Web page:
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England 2019
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My latest trip to London was to visit the infamous “psychology conference”… and, ofc, to debrief with my MI6 handler. I also used the opportunity to tick off many of the last big museums in London that I had yet to visit, as well as Brighton and St. Albans.

Previous posts:

All my travelogues can be accessed at the Travel tag or this page:

As I explained on the previous London post an hour ago, my England travel posts will be text short and image heavy. I don’t see the need to write about it in any depth – in any case, I have already made all or almost all the “sociological” observations I wanted to make back in England 2016.





I know CDG Airport has a poor reputation, but could I just point out that it’s rather beautiful?

Also Air France is great. They are cheap and they have some of the least bad airplane food around, with generous servings of wine. I have been flying with Aeroflot to date but Air France is better for Moscow/London.

Until Wizz Air starts doing 50 GBP flights come this October or so, anyway.


Churchill’s War Bunker

Very good (if pricy) museum that showcases Churchill’s life, as well as his bunker living quarters during the Blitz.

Allow yourself about 2 hours for a thorough experience.

I will admit that I came away with a better opinion of Winston Churchill after this (modestly positive to moderately positive). He had a very derring-do character that was quite admirable.


London Mayoralty

This is where Sadiq Khan works.


London Guildhall

The City of London is like its own state within its state, subject to its own ancient regulations.


City Police Museum


Museum of London

This is an excellent London history museum, which is in a rather scenic location along the London Wall.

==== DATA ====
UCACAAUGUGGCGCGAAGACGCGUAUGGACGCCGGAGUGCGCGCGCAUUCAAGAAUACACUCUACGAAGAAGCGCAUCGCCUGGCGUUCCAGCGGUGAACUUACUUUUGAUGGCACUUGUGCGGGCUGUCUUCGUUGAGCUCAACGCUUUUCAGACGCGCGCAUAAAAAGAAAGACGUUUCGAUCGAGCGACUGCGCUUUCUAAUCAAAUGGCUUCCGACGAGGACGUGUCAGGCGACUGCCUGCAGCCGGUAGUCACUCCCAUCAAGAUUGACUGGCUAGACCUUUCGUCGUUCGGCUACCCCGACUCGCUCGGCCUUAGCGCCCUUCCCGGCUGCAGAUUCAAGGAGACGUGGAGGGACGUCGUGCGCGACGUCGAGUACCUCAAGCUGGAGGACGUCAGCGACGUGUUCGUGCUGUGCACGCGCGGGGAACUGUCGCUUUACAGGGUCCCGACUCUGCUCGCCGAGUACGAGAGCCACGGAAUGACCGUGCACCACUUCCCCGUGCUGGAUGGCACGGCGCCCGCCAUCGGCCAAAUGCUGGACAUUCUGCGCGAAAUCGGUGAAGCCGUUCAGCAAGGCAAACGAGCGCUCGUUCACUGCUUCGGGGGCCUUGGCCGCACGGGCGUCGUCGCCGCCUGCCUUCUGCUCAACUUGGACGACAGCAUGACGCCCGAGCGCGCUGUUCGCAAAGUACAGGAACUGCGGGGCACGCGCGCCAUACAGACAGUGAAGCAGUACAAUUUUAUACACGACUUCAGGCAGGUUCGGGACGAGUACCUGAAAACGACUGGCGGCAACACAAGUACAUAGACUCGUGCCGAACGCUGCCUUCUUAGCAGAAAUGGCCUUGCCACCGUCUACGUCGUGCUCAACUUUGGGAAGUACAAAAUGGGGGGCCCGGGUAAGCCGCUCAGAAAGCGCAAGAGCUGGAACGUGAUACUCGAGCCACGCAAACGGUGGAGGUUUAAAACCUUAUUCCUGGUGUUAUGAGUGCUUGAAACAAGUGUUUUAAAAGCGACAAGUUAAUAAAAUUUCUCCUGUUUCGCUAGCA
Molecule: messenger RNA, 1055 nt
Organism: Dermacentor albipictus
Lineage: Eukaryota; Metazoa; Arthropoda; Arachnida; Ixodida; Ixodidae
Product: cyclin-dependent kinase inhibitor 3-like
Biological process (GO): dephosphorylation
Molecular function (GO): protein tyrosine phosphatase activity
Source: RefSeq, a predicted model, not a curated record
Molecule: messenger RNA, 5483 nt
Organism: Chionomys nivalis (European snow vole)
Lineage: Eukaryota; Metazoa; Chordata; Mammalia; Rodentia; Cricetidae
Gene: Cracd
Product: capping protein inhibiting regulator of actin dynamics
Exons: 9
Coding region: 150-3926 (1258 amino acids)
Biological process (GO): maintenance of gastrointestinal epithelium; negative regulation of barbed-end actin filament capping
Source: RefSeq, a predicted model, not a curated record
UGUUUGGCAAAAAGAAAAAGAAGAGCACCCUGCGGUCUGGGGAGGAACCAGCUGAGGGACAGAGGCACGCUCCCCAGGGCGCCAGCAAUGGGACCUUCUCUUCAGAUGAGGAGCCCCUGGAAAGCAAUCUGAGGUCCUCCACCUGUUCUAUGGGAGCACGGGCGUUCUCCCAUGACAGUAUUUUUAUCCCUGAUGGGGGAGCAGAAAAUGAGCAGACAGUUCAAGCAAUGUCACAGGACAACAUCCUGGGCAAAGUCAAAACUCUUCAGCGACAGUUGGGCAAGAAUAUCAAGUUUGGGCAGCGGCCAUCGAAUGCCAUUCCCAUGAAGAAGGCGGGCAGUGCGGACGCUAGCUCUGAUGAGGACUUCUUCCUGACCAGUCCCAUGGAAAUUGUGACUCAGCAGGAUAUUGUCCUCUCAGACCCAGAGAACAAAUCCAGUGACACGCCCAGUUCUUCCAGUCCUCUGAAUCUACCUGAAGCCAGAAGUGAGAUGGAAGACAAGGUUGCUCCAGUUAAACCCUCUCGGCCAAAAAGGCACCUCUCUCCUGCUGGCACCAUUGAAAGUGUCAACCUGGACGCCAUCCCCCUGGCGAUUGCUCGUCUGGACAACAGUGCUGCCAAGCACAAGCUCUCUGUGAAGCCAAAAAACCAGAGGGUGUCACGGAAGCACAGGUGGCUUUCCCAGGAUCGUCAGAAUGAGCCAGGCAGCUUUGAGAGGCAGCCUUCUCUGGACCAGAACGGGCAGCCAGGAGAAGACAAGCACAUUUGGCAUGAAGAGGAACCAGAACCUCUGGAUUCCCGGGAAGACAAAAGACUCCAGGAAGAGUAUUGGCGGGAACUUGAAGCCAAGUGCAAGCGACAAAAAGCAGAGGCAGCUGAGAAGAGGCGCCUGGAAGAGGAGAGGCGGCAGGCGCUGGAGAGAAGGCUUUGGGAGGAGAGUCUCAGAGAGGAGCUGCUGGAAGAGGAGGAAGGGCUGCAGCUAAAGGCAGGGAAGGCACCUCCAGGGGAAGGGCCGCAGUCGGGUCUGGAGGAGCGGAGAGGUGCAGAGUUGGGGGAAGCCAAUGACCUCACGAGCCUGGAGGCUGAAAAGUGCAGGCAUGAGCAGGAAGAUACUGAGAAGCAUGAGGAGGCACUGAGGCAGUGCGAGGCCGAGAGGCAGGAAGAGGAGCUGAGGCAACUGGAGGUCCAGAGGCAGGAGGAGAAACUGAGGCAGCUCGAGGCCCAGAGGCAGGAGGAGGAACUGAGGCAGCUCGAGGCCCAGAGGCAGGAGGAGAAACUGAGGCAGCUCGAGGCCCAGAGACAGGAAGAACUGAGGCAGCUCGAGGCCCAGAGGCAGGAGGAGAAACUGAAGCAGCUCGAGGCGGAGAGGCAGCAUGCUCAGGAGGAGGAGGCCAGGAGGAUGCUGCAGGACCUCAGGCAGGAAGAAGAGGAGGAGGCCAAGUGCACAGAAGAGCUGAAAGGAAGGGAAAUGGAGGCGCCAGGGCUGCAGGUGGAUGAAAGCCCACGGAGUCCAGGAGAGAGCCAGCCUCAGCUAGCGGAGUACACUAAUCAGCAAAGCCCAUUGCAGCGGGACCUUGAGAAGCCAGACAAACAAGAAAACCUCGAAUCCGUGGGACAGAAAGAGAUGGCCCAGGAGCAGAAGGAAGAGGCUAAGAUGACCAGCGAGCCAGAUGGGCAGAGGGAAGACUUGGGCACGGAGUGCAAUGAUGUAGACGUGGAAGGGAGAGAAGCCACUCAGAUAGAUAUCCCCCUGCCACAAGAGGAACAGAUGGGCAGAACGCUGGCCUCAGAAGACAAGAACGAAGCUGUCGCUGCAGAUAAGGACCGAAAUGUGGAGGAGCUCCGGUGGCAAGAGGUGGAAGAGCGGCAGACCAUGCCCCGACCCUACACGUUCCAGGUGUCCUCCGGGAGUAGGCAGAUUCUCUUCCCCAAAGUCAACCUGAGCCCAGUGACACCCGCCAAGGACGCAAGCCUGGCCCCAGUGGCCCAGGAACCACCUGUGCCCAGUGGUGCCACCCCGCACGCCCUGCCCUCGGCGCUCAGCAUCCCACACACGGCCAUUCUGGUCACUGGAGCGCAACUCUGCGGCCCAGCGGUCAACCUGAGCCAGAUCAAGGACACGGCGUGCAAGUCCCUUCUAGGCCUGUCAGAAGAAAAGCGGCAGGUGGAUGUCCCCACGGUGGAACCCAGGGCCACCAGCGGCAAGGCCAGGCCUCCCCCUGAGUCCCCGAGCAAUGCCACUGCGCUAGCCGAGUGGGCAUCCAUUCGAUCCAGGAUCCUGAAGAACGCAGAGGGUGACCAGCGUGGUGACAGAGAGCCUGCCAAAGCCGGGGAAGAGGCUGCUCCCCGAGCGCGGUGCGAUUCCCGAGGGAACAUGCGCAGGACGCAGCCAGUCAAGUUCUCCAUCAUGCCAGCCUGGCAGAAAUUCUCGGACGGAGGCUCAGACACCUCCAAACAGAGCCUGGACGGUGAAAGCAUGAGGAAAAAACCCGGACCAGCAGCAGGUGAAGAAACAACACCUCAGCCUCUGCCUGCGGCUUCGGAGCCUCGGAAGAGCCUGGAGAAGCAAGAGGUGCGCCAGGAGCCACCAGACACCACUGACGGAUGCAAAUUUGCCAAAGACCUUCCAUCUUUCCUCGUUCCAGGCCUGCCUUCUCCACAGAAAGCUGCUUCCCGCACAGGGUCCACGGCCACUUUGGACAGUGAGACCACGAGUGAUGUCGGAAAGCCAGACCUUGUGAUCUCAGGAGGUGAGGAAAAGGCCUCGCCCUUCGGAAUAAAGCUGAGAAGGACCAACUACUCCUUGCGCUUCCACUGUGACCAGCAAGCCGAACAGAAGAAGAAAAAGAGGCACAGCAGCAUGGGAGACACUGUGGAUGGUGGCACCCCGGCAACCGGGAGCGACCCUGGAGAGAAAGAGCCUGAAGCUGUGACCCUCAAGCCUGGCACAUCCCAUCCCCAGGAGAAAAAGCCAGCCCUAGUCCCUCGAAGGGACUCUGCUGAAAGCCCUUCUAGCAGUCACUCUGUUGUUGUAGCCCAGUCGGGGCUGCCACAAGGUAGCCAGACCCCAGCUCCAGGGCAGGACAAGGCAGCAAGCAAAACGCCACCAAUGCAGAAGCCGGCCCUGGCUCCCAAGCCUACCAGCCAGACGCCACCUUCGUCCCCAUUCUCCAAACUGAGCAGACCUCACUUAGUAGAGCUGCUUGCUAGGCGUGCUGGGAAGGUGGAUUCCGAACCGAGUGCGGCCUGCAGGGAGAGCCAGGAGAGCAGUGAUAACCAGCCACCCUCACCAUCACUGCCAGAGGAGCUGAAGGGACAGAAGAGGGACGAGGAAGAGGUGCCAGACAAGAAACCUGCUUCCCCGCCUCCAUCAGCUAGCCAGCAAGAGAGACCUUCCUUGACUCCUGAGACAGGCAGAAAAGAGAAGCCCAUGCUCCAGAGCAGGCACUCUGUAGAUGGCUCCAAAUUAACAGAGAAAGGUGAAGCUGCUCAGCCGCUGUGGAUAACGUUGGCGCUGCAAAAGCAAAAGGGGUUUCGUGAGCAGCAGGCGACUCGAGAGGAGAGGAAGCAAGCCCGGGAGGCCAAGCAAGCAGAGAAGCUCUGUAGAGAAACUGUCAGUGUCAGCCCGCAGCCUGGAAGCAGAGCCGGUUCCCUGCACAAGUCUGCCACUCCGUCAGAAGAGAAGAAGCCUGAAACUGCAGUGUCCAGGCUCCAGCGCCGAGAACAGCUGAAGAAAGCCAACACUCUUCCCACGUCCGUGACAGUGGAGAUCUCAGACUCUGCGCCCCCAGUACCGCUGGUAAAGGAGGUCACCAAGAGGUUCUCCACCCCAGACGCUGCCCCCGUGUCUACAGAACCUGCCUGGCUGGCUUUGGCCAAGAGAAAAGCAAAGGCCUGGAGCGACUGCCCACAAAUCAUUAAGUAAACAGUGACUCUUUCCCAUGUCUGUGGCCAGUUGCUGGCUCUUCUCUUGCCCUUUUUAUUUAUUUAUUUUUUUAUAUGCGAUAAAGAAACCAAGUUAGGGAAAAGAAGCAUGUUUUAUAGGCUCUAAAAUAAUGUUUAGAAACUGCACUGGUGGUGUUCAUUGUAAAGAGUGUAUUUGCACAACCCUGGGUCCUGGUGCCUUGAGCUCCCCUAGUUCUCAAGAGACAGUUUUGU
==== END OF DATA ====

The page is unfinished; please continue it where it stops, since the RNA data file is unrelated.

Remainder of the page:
The collection is rationally arranged and has detailed descriptions.


Bank of England Museum



National Gallery

Finally managed to visit this place.

The interior is gorgeous:

Some of my favorite paintings there (some known, a couple much less so):


Imperial War Museum

It was a pretty anodyne museum TBH, nothing much of interest for people already familiar with WW2. But full marks for aesthetics.

Do they really need to add a Holocaust section to every war museum?



There’s a couple of notable things about Brighton:

1. It is considered to be England’s gay capital.

2. It is the only part of England where the Green Party has a reliable seat.


Brighton Pavilion

Visiting Brighton Pavilion, I finally realized why I have such an inordinate love for casinos, the Moscow Metro. Grand, luxurious, & KITSCHY aura… but ALIVE – the last refuges against gray bugman uniformity.

And NOT under steric conservation like palace museums.

(Not my photo).



British Airways i360

This is kitschy, but a cool attraction nonetheless.

This is the Brighton Gin & Tonic – basically a gin & tonic, but with this candy in it. Not impressed.


Brighton Fishing Museum.


Brighton Palace Pier


St. Albans

This seems to be a small, nice, typical historical town close to London.


Checking Out St. Albans Cathedral and Its Spire


Verulamium Museum

This is a very good museum about the Roman settlement of Verulamium, which preceded St. Albans.


Ye Olde Fighting Cock

This is supposed to be the oldest pub in England.

Oops… a wrong turn down into the basement.

The food was excellent FTR.


Back to London

Random Scenes of London


While not the biggest fan of Iranian cuisine, the “Iran Restaurant” is about as authentic as it gets. Great place.


Odds & Ends

Interesting that Jordan B. Peter’s 12 Rules for Life is being advertised in the London Tube.

Because kettlebells are not a fad introduced to the West by Pavel Tsatsouline?

What the “intelligentsia” are reading.

• Category: Culture/Society • Tags: Brighton, The AK, Travel, United Kingdom 
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  1. Please keep off topic posts to the current Open Thread.

    You can find all my travel posts here.

    My personal website has a list of all of my travel reviews here.


    Now that I have gotten this out of the way, my next Travel reviews will feature Bryansk, Veliky Novgorod, and Sergiev Posad – all of them are ready to go.

    In the near future, I should also try to complete my Moscow Guide.

    • Replies: @RadicalCenter
  2. Why London? Well, I need to visit it from time to time. Need to keep my MI6 handler happy.

    We all know what you’re really doing there in England, Anatoly. You’re the dread novichok man!

  3. Dmitry says:

    Nice photos. It seems you visit more tourist places than me (well, I also like National Gallery too, at least, especially as all these places are free entry).

    Wealthy and bourgeois places in England, are such a paradise, especially in the summer. Which is why, they produce a lot of self-destructive utopian liberal politics.